Posted: Sep 14, 2011 7:19 pm
by eric8476
twistor59 wrote:By "conclusions of schrodinger", you presumably mean Schroedinger's cat experiment, not the conclusions of Schroedinger himself. If so, then I wouldn't say "disproving", but rather "highlighting a problem with":

The atom is in a quantum superposition (decayed+not decayed). There would then be a long causal chain of interactions leading to the eventual state of the cat. The atom in the gamma ray detector would be in a superpostion of detected+not detected. The electric current would be in a superposition of generated+not generated. The motor would be in a superposition of in motion + not in motion etc. All the time along the chain the items are getting bigger -- less microscopic and more macroscopic.

We know that we never see cats in a superposition of states. The question is therefore - "where along the causal chain do the rules of quantum mechanics break down and superposition gets lost" ?. This is the "Measurement Problem".

There have been many proposed answers to this over the years, and if you want an animated physics coffee table discussion, this is one topic guaranteed to bring it about.

the activity of the atom does not put the other functions of the experiment in superposition. the gamma ray detector detects what is given. when of if the atom goes into superposition the point in time the atom demonstrates a decayed point would be detected or else the atom does not go into superposition (i.e. it is not both decayed or not decayed because it would not have demonstrated the decayed status).

hackenslash wrote:Computers, or more specifically the semiconductors in computers, employ devices known as Esaki diodes, which operate on the basis of quantum tunnelling. Of course, I already addressed this in the previous post of mine you quoted.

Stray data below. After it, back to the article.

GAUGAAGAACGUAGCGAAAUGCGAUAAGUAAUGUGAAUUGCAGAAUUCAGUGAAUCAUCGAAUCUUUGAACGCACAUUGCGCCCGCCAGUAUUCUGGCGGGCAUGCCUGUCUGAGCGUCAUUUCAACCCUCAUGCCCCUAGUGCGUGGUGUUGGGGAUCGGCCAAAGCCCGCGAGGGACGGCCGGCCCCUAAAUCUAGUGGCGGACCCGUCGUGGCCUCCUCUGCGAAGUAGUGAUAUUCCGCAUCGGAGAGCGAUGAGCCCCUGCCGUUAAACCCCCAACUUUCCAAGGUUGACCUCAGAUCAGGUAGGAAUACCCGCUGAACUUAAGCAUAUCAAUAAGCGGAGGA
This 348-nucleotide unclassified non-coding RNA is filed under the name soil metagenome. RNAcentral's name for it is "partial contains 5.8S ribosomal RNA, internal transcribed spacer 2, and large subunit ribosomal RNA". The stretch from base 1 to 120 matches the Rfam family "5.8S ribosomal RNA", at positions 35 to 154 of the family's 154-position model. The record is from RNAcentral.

do the elctrons permiate through the barrior? do the electrons change their shape to slip past the solid barrior? whoever reads this make sure you credit me when you present your nobel prize presentation. hehehe

hackenslash wrote:I see that Twistor has covered this in more depth than I would have done.

get into it, come on, use the thought experiment to exercise your mind. :grin:

hackenslash wrote:It isn't used to measure the wavefunction, but to describe the probability amplitude of one of a pair of conjugate variables.

hhhhmmmm, thanks.

hackenslash wrote:Care to highlight the distinction, or to point out how one can measure something without observation?

a observation is when you look at a leaf falling from a tree. a measurement is calculating the velocity of the fall.

hackenslash wrote:It isn't a matter of technology, and your continued reassertion that it is doesn't actually move us forward. Indeed, there's good reason to think that those conjugate variables don't actually possess any definite values until observed.

do you think the electrons passing through a double slit know that they are being watched? or is the measuring device interfering with the electron flow.

is it a new form of functioning life? is it a new form of functioning conciousness? does it explain conciousness we have, like wondered about in another thread? that would explain why we are looking for a "God-particle". hehehe

this could also disprove a notion of a God with proving conciousness function.

hackenslash wrote:What?

the result is what happens at the conclusion of the experiment. it could be observable, measurable, both or neither, but it is a result none the less.